Washington is just beginning to grasp the implications of a world system in which small, ambiguous groups can alter the course of history
Feisal Omar / Reuters
When will America start to learn how to deal with the
dynamic players that shape so many world events? A decade after 9/11 heralded
the arrival of transnational terrorism on America's doorstep, policymakers have
paid a lot of attention to that particular threat -- but they've displayed a
remarkable poverty of the imagination in absorbing that power in today's world
is wielded by an array of important actors, and not just by traditional states.
The anniversary of the 9/11 attacks is prompting all kinds of reflection and remembrance, and for those who follow foreign and security policy it's an occasion to process just how much international affairs is guided by what experts call, for lack of a more clear understanding, "non-state actors."
Anne-Marie Slaughter, writing here at The Atlantic, calls for a "new foreign policy frontier." She has been one of the more vocal thinkers urging decision-makers and the academy to grapple with a world where oil companies and tech giants, religious leaders and jihadist movements, vie with diplomats and generals to influence the course of events.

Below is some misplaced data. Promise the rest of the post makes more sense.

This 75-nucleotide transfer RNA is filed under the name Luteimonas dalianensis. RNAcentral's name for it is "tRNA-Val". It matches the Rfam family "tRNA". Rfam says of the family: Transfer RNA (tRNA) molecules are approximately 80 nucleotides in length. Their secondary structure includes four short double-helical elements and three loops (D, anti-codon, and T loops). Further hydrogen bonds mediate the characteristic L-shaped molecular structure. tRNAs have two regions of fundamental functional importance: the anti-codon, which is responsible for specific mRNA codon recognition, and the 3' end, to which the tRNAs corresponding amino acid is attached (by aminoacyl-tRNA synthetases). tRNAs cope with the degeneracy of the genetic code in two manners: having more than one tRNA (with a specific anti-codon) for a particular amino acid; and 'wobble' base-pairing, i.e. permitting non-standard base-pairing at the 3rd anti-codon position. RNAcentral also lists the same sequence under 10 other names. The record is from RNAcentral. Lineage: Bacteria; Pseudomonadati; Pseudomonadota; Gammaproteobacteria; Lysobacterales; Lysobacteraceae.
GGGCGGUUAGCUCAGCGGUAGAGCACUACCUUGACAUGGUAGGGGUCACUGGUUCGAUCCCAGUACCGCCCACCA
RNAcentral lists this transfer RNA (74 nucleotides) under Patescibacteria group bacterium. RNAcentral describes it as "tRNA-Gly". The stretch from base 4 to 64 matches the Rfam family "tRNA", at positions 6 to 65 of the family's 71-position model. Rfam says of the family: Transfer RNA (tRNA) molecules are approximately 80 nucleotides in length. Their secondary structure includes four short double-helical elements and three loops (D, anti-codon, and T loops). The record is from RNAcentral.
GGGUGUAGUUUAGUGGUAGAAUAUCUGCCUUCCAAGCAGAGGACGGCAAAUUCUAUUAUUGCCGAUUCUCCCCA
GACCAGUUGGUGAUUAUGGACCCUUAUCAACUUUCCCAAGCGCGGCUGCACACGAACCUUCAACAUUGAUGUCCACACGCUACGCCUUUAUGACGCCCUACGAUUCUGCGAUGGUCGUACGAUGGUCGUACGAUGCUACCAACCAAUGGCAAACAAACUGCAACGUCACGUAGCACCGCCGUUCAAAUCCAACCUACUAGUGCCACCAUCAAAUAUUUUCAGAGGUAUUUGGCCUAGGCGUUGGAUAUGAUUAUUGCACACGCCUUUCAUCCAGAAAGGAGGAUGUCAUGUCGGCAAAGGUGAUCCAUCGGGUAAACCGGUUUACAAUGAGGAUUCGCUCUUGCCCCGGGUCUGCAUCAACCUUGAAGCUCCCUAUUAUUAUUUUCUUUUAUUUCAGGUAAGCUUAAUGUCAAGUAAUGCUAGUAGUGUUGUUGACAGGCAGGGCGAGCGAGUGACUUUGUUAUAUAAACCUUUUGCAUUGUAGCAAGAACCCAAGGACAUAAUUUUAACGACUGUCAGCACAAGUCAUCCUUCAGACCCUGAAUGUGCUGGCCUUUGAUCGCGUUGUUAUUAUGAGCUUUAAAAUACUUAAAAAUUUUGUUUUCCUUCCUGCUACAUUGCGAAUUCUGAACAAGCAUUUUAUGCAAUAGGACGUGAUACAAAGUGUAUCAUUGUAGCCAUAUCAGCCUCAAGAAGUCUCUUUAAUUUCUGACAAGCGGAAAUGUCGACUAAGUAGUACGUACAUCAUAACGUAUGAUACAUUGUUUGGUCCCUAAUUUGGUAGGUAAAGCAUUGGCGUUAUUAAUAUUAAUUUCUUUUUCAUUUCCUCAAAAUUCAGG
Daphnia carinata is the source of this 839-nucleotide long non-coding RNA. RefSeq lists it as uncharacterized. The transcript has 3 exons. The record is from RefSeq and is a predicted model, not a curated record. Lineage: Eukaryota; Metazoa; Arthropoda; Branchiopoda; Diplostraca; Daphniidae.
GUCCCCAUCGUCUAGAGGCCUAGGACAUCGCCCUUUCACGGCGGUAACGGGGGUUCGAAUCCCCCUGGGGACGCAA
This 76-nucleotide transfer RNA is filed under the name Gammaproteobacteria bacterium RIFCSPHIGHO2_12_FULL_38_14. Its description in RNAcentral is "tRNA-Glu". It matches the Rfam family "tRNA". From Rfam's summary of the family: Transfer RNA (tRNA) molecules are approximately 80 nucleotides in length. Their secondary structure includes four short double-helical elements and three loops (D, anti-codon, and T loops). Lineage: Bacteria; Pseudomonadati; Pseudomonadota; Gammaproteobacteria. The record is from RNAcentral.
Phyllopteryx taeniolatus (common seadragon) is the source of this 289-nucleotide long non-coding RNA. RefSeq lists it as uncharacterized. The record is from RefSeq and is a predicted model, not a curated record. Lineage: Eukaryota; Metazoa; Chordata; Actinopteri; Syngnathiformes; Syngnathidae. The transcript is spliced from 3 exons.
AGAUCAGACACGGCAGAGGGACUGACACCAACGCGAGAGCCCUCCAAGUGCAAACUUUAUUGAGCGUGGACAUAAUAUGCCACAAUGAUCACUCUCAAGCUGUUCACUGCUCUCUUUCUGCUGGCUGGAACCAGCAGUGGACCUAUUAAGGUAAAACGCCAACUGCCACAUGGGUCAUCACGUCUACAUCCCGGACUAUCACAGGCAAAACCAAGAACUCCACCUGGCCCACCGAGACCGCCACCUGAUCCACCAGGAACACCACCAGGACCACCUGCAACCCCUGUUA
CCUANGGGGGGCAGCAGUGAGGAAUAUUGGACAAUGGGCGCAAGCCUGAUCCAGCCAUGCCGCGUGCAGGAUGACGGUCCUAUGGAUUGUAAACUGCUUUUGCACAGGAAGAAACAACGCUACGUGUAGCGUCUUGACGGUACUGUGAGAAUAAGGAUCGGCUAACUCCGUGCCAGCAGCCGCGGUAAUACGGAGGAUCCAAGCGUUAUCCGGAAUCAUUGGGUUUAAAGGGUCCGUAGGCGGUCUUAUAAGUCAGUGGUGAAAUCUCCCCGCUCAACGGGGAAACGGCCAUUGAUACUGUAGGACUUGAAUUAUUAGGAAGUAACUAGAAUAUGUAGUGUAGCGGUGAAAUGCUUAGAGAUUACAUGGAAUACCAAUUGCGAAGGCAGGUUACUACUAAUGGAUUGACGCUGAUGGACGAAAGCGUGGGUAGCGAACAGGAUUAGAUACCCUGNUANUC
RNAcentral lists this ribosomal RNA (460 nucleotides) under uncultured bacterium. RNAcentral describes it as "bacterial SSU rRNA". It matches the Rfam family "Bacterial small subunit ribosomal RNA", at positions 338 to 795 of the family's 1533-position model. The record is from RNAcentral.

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I wrote about this failure to absorb the sea change in my most recent Internationalist column in The Boston Globe. There's small but growing chorus of important thinkers -- some in the academy, some in government, some in think tanks, who understand the shift in the nature of power away from a solely state-dominated order, but they have yet to shift the course of foreign policy orthodoxy. Hopefully, that change will come soon.
One of the tragedies of the decade after 9/11 was that the United States insisted on viewing its problems through the outdated logic of "states only." So when the threat was Al Qaeda, the U.S. chose to pursue states that "host" terrorism, through conventional war, rather than opting from the get-go for a strategy of pursuing terrorists through a combination of sleuthing, police work, and military special forces, as it learned to do the hard way.
Nowadays, foreign policy decision-makers are harvesting the fruit of bitter experience, a sort of trickling-up of ideas. Counter-terrorism tactics honed by field operatives have finally become national policy, resulting in the raid that killed Osama bin Laden. And gradually, people with power are trying to grasp the implications of a complex world system in which a hedge fund, or a group like Hezbollah, or an oil supermajor, can cause a signal event like a financial collapse or a regional war.
There's a great array of smart academics trying to figure this out, including Stephen Walt and Joseph Nye at Harvard, Michael Doyle at Columbia, Stephen Krasner at Stanford, to Bruce Jentleson and Peter Feaver at Duke, Bruce Bueno de Mesquita at New York University, and too many others to name. It's just that, so far, their worldview isn't guiding the behavior of the most powerful government in the world: America's. Sooner or later, Washington will figure out how to navigate the new order to its advantage, but for the time being, it has ceded ground to states like Iran and China that are more comfortable doing deals in the ambiguous and uncertain non-state-centric world.
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